Actually, Diane, we just got our biopsy results back and Nathan and Brian do NOT have EHK. However, since we've been running with the EHK diagnosis for the last year +, I have had lots of time to get familiar with it.
EHK is caused by 3 genes - KRT 1 and 10 are the types where you have it all over your body but it is worse in you hands, feet, and other joints.
KRT2e is the gene that causes EHK everywhere EXCEPT the hands and feet. Not sure about the other joints.
All 3 genes are part of a pathway that converts keratohyalin granules in the stratum granulosum (a lower level of the epidermis) into the waterproof waxy keratin found in the stratum corneum (the top layer of epidermis) that makes us resist water.
EHK people aren't waterproof and the skin breaks easily because the cells aren't tightly woven together like they are in normal skin. EHK people have too many layers that develop too fast and it causes some of the cells to break open "lyse" That is where the name comes from.
Epi = outside
dermo = skin
lytic = cells bursting open
hyper = too much/too fast
kerat = cells that have keratin
osis = syndrome
I don't know if Brian had the skin tearing off at his birth. His mom has a memory that frequently contradicts other memories, so we don't know what to believe. His dad has brain damage that caused amnesia. So all we have are birth pictures of him wrapped in the hospital blanket. And Nathan's case is so mild that you can barely tell he has it unless you look at his hands or sit with me and watch him scream when I file them. But, like I said, we have something that looks like EHK clinically, but the pathologist says that it isn't EHK because the biopsy didn't match. So we don't have a clue what we have. The best diagnosis we have heard so far is something called Ichthyosis Vareigata, which has about 5 other names because it is so rare that they haven't decided on one particular name yet. It is worse on the palms and soles than on the back of the hands or top of the feet, but the whole hand and wrist in general is much worse than the forearms. Any bendable surface is really dry and crusty and you can see a clear circular pattern on the knees and elbows. The rest is smooth like fine-grain sandpaper. And of course, in our case, Brian has little white spots all over his legs and arms and neck, and those spots feel like normal skin. Both white spot biopsies scarred, but the EHK biopsies (all 3 of them) did not.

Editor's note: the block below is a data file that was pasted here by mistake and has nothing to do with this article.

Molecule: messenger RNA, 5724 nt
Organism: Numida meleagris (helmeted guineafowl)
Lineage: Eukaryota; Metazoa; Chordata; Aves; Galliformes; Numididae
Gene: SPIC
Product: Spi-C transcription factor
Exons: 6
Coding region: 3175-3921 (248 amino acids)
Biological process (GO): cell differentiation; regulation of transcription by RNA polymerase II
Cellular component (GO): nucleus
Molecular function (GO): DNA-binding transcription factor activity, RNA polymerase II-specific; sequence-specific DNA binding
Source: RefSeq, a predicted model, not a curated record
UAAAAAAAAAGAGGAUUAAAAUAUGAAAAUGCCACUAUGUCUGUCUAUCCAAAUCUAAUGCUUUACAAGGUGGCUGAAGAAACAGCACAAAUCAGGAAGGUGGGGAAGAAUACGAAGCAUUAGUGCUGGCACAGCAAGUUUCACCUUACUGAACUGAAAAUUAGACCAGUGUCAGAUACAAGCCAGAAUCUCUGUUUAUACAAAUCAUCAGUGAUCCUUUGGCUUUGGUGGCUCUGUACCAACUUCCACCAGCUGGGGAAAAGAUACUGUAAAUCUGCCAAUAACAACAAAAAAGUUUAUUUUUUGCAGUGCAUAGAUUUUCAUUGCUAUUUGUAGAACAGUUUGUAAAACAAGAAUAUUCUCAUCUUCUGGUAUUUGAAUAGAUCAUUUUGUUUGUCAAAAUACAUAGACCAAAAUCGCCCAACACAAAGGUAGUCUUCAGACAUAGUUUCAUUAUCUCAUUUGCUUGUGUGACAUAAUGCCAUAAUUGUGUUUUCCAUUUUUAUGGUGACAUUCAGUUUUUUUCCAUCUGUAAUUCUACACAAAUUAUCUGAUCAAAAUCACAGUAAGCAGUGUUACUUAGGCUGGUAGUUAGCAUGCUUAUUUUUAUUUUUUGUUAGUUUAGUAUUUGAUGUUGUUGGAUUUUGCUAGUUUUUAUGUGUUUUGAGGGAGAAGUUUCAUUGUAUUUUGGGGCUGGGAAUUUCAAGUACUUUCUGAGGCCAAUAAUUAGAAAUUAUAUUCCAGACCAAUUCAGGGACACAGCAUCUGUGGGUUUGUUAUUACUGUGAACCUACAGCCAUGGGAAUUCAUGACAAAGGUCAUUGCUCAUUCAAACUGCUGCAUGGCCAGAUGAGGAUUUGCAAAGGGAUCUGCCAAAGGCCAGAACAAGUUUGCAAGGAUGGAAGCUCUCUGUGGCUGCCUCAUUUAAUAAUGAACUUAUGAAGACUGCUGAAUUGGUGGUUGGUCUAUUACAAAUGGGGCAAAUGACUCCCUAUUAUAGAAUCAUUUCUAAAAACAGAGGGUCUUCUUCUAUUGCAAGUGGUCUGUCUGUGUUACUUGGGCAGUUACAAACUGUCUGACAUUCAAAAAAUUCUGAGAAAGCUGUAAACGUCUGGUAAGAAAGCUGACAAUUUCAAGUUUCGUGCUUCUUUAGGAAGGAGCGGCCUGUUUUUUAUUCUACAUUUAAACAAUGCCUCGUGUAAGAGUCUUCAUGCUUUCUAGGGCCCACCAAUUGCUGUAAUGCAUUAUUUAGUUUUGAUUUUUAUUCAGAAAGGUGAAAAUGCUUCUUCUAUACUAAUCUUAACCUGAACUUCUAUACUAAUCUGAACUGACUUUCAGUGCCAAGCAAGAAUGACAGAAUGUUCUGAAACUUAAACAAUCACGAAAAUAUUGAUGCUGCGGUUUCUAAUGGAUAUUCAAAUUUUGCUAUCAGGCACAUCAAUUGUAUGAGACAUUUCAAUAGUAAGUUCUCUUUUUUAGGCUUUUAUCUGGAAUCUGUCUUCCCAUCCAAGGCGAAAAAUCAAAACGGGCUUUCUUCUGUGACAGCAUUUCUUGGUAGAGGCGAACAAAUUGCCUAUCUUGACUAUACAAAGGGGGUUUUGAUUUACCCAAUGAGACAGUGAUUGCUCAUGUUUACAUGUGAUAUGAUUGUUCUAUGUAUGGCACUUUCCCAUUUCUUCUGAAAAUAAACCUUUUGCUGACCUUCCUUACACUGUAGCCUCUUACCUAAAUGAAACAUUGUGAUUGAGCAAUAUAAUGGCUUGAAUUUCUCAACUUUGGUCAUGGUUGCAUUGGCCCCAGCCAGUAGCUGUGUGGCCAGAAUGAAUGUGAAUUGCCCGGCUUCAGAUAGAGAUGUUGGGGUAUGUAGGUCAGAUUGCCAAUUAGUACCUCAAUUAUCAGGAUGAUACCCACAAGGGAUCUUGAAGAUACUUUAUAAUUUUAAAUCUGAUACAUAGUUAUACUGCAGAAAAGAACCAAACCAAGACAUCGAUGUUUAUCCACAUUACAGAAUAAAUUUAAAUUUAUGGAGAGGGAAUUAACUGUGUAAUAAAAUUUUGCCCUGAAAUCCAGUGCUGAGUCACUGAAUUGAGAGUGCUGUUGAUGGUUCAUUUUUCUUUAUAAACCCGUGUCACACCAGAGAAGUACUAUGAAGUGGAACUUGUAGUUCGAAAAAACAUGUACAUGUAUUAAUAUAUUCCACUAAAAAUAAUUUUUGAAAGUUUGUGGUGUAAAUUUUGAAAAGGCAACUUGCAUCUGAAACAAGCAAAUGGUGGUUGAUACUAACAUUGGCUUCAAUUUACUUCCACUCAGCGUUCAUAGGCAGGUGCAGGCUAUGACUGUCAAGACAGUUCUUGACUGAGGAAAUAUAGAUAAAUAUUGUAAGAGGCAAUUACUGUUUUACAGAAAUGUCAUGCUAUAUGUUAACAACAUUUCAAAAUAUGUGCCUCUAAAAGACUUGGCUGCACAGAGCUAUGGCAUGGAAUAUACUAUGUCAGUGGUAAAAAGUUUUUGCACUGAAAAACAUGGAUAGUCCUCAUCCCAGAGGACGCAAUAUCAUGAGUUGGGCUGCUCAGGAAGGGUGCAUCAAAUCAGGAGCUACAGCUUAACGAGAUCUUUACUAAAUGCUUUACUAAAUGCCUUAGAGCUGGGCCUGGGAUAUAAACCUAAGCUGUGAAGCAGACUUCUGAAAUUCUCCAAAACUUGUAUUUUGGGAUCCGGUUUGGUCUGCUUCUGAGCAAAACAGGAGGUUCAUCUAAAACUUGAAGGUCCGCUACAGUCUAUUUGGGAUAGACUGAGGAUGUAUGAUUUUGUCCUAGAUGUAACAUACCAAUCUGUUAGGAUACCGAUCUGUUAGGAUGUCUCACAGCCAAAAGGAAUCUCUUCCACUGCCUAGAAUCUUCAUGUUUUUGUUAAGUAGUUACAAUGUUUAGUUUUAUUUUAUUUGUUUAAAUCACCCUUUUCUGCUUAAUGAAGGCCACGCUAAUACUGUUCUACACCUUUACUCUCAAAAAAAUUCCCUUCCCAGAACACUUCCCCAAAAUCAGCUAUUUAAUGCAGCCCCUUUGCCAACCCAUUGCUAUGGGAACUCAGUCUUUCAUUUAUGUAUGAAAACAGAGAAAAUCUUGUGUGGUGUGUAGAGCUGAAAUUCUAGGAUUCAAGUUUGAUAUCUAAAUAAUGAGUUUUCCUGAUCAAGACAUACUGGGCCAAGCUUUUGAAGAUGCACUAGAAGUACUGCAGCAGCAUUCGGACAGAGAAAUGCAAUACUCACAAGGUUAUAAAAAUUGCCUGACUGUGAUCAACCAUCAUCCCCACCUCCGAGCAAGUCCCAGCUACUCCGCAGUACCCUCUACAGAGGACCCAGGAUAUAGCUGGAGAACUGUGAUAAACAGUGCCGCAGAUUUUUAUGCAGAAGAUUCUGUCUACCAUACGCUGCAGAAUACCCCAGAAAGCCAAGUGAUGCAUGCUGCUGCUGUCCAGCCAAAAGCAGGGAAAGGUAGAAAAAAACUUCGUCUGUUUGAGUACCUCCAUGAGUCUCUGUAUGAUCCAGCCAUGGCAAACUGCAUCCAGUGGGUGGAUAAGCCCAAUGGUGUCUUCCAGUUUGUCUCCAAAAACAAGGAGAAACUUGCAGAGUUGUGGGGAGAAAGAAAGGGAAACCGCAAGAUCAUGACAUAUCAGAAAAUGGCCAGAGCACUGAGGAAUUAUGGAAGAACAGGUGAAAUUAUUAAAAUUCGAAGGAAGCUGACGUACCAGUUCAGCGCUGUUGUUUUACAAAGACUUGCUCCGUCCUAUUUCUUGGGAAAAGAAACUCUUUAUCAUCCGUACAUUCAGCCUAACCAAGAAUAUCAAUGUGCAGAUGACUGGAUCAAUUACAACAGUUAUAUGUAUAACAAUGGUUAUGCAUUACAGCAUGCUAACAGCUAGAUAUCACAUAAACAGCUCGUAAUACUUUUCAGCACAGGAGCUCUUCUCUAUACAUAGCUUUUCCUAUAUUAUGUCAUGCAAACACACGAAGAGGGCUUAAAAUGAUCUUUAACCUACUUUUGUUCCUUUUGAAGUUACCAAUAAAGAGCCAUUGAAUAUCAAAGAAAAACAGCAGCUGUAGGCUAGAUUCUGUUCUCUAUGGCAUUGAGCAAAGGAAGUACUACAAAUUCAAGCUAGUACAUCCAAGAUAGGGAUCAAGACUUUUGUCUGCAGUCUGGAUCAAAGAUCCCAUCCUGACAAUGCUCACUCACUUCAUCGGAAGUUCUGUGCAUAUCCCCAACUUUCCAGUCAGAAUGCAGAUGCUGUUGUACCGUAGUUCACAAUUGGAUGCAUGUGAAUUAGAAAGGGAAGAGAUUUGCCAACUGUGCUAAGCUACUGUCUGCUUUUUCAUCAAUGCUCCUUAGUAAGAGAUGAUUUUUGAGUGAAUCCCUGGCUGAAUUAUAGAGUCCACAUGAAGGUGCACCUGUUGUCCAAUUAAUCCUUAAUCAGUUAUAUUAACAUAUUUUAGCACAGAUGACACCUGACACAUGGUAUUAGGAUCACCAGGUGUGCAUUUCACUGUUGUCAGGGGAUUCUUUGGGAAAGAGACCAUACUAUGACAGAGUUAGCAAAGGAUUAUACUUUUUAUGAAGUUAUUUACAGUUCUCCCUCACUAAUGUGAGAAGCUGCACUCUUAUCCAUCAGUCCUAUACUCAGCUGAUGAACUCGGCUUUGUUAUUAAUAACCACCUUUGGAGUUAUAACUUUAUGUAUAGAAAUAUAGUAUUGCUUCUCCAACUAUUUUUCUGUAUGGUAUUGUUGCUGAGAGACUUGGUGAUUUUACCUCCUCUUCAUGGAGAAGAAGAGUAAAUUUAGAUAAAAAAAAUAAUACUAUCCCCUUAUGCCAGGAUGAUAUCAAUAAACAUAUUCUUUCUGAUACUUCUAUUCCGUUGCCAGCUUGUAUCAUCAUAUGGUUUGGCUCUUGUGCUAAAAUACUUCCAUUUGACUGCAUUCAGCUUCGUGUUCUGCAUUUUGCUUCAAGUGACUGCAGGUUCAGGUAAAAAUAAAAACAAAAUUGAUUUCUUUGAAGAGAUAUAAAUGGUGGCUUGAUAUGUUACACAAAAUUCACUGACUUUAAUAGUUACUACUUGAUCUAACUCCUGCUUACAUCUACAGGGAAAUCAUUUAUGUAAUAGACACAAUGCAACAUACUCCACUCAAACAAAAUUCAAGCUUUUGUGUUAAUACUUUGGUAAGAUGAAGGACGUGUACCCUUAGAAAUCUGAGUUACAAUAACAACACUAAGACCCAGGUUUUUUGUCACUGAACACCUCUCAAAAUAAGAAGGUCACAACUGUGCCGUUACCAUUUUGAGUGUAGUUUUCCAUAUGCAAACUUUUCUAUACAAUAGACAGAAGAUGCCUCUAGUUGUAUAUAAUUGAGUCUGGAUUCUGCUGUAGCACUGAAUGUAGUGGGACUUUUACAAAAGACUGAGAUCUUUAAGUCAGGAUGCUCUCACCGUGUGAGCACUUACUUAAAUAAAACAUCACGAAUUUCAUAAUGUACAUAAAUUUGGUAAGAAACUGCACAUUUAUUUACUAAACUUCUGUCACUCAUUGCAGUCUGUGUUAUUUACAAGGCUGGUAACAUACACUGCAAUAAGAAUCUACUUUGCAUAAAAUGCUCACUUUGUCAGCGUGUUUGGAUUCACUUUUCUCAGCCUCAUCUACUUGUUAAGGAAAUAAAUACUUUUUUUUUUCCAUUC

So, not surprisingly, we are not candidates for PGD (no gene=no PGD). I saw that you are going forward with that. How is it going?
[This message has been edited by Hearsay (edited March 26, 2004).]
Ichthyosis-en-Confetti Type 2
Husband, Nathan - 10, Elliot - 7, Oliver - 4, all affected.
I also have an unaffected daughter, age 8.
email: jennifer at confettiskin dot com
facebook - find me on "ichthyosis mommy spot" or "friends of ichthyosis"